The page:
Beat’s ideal calorie ratio would be 5 or more calories per gram, which will net him about 2,000 calories per pound of food weight. Olive oil has nine calories per gram, close to the highest calorie-to-weight ratio of any food. But few can force themselves to drink olive oil, let alone survive on it, and it’s important that Beat choose foods that are palatable to him as well as calorie-dense — otherwise he may avoid eating until his energy levels are dangerously low. Carbohydrates will also come in handy for a physical grind that could involve as many as sixteen hours of strenuous activity per day, for up to thirty days. When he parses it all out, his food likely falls in an endurance-athlete ideal of 50 percent carbs, 30 percent fat, and 20 percent protein.
Because he’ll grapple with temperatures that will likely range between 40 above and 50 below zero, he also has to pack foods that won’t spoil, but will remain edible when deeply frozen. A couple years’ worth of testing helped him arrive at his food decisions: at 40 below, the nougat in a Snicker’s Bar becomes glass-like, shattering upon contact with his teeth. If needed, he can hold chocolate and gummy candies in his mouth until they thaw enough to chew. Nuts and dried fruits maintain a similar consistency in frozen temperatures thanks to their low moisture content. Crunchy foods such as chips and crackers also freeze just fine. His salami and cheese-filled tortillas will be wrapped in parchment paper to prevent moisture absorption, and then vacuum-sealed to lock in freshness.
Beat is nervous about what it will really be like to subsist on a junk food diet for most of a month. He’s bringing along multi-vitamins to resupply his body with the nutrients he’ll be missing from a lack of fresh food, as well as Tums to help him get it all down. He estimates he’ll consume between 5,000 and 8,000 calories a day, and is rationing on a 6,000-calorie-a-day basis. In all likelihood he’ll burn much more between the hard activity and maintaining his core temperature in subzero cold. However, 6,000 is about the maximum number of calories that most people can force themselves to digest amid ongoing hard activity each day. The food choices are line with the popular diet of polar explorers and mountaineers, or any adventure athlete who must carry days worth of rations in cold environments.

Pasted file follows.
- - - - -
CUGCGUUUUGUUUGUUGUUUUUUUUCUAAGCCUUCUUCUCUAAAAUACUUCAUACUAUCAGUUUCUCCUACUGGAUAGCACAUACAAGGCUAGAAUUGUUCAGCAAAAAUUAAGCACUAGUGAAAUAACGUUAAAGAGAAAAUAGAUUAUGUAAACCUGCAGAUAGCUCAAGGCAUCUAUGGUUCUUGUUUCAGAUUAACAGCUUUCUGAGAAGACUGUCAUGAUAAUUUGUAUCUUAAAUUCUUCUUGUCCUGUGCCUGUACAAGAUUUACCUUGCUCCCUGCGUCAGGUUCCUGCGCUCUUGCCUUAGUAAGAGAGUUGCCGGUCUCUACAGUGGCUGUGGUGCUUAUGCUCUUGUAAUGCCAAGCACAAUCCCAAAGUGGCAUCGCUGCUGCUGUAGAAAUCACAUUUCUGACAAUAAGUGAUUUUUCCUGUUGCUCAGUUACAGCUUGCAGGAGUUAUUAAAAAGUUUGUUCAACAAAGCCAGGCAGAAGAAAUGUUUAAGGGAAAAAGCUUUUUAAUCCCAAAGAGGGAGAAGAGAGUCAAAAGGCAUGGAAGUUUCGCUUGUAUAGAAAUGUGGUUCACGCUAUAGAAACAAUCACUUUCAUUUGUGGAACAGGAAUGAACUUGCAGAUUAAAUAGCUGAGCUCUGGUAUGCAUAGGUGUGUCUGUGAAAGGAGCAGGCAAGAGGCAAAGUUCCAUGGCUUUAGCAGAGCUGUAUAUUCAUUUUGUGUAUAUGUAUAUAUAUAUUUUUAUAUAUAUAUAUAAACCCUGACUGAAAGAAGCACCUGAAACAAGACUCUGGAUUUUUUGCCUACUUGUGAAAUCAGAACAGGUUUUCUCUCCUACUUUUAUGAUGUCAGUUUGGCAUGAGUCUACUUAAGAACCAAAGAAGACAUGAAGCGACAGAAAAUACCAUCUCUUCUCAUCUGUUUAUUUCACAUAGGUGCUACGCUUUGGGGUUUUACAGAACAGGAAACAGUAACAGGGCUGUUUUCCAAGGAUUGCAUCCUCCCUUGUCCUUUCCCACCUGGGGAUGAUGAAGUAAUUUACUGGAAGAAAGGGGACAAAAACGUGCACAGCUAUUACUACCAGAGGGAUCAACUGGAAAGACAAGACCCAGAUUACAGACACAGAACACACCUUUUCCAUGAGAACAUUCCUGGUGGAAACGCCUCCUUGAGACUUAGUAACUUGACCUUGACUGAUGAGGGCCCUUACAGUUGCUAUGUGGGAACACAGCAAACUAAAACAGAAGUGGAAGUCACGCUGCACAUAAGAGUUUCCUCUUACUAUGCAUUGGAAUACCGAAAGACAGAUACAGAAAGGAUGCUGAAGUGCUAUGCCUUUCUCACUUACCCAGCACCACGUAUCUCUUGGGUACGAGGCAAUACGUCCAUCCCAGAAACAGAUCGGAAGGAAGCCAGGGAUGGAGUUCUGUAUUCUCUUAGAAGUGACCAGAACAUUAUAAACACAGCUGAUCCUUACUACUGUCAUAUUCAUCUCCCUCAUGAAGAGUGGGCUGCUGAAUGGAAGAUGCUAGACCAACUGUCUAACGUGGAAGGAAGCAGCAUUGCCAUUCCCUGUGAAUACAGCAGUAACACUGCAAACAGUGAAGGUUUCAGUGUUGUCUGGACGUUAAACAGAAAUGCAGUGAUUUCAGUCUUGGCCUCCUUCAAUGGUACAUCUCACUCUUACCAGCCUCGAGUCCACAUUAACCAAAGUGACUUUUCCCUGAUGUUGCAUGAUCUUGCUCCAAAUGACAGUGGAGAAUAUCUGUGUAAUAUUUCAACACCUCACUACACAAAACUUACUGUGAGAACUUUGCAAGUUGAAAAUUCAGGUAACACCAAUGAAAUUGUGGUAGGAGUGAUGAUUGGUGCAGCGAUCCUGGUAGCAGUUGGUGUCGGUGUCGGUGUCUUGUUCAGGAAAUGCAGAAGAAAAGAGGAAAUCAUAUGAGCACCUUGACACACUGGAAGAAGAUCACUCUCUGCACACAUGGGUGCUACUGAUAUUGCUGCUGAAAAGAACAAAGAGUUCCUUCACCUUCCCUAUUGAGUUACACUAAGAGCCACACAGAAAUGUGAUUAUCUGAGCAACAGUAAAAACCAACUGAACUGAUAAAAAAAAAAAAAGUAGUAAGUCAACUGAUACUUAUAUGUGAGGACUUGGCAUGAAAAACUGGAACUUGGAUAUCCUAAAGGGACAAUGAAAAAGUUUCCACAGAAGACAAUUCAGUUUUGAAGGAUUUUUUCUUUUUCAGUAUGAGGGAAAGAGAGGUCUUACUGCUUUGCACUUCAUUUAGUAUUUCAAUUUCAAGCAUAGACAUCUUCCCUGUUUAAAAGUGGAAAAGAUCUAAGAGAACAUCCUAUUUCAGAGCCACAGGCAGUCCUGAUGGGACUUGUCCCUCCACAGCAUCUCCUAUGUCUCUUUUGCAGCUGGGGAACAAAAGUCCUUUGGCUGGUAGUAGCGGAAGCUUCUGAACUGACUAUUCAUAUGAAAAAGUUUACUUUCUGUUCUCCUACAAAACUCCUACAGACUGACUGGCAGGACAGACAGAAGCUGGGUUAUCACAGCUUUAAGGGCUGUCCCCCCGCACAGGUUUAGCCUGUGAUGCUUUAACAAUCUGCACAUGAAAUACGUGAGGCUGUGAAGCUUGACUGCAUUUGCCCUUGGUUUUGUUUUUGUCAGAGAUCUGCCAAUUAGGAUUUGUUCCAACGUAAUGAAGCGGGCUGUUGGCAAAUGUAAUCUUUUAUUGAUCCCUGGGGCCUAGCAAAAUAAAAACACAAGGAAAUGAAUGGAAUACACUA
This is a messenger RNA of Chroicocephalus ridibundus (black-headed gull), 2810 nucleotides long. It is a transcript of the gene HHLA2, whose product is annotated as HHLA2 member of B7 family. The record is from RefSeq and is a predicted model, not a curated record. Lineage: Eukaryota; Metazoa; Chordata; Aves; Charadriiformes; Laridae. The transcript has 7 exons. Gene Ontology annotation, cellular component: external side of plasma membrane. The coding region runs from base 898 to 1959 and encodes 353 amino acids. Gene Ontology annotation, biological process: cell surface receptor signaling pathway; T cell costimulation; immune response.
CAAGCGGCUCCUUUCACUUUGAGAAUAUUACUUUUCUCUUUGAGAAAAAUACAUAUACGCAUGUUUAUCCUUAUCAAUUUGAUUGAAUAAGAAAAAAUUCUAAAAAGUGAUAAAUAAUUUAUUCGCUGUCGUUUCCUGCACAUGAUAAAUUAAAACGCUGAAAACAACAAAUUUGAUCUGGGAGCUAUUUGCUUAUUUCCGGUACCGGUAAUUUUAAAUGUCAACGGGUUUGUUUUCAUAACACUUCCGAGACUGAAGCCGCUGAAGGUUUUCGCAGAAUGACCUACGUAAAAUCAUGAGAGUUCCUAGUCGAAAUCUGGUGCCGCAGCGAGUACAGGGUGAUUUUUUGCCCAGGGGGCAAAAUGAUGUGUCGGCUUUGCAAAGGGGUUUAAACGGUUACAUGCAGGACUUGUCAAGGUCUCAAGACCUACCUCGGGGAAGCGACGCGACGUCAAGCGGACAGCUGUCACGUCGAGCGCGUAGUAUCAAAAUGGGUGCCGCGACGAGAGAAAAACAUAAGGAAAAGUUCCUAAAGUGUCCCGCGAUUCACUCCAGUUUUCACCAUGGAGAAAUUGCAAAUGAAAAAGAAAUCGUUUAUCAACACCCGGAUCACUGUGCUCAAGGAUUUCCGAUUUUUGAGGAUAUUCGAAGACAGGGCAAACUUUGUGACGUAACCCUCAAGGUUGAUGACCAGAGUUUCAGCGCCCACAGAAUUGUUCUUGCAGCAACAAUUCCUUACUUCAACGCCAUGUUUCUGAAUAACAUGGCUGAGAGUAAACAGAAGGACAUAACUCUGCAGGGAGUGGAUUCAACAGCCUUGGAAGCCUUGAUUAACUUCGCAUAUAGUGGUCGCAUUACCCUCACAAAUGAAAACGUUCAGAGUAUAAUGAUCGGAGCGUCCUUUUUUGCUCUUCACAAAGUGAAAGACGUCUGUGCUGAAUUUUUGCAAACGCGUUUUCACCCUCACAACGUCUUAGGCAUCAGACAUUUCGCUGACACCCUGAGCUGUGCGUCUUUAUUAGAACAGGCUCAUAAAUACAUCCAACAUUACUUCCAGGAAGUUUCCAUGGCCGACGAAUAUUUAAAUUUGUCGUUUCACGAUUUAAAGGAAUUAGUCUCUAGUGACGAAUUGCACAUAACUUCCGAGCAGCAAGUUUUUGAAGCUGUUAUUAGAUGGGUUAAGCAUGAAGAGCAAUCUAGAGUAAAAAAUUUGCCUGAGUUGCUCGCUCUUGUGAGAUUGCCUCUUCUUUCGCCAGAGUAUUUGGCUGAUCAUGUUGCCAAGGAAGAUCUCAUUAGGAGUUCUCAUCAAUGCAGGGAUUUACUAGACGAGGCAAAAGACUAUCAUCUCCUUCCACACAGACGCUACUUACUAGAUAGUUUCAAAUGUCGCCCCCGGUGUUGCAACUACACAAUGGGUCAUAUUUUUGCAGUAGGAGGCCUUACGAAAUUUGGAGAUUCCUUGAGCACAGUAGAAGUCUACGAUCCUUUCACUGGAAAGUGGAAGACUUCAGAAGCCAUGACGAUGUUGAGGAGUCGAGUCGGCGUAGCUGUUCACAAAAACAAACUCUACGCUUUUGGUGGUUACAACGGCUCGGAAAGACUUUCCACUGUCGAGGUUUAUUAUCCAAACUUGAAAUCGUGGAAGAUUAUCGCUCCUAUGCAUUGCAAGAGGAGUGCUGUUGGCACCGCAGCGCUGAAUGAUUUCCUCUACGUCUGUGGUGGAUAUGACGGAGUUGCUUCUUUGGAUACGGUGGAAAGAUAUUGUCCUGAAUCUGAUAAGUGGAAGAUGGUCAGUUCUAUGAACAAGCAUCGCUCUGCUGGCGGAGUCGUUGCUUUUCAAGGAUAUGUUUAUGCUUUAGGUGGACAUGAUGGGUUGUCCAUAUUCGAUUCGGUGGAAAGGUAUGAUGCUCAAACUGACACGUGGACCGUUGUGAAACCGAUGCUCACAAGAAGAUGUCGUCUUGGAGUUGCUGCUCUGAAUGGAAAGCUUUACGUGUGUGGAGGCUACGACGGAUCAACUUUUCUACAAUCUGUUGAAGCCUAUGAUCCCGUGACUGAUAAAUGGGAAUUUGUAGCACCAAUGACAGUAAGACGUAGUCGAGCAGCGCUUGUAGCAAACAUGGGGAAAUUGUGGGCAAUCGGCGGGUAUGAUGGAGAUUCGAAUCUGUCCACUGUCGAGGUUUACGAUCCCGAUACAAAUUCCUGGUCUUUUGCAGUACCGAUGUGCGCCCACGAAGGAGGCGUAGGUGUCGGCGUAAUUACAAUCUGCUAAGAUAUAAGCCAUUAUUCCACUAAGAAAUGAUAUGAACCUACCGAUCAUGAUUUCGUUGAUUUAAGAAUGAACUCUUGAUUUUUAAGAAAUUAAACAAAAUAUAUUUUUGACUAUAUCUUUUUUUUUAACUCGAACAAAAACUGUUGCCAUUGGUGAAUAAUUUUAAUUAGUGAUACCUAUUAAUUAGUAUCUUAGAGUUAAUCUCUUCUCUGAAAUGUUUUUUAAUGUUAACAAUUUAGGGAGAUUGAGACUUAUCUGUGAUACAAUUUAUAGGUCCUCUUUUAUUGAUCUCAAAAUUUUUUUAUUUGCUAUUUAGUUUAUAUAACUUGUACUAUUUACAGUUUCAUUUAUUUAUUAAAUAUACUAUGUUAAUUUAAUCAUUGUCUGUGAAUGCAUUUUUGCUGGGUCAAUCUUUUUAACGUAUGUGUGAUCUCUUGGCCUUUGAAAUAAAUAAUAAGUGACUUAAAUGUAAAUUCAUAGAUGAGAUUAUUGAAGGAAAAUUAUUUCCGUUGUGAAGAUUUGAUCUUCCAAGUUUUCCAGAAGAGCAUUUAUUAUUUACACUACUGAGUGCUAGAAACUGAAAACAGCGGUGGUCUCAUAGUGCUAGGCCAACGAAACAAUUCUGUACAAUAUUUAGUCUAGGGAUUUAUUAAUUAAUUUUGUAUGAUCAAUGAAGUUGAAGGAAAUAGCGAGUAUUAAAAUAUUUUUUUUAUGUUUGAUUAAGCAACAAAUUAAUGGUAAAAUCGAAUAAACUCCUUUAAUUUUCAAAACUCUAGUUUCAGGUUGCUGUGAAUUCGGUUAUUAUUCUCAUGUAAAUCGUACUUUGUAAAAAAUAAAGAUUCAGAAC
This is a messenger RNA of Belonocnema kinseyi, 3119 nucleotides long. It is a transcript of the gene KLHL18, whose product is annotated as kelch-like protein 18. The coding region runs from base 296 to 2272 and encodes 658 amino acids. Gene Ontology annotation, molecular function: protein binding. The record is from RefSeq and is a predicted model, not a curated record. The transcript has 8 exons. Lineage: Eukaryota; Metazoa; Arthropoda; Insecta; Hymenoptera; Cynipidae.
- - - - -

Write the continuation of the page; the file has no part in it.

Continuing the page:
So far, Beat has purchased food for three of his drop bags, constituting a little more than a third of his trip. The rest will be purchased later and sent after he embarks on the Iditarod Trail. Here’s a list of his food so far:
2 pounds salami
2 pounds Gruyere (cheese)
1.3 pounds tortillas
2.6 pounds gummy candies
1.3 pounds Kinder chocolate (popular German candy bar)
1.3 pounds Ritter Sport chocolate with hazelnuts
1.3 pounds honey roasted peanuts
3 pounds Pringles
0.5 pounds astronaut ice cream
0.9 pounds freeze-dried meals
1.6 pounds peanut butter pretzels
2.8 pounds Snickers
2.8 pounds other candy bars
0.5 pounds instant coffee
1.3 pounds crisps (cheese crackers)
1.6 pounds trail mix
1.6 pounds granola bars
Total: 28.4 pounds of energy food for a hungry endurance athlete. Multiply that by three and you have the fuel for a very long walk across Alaska.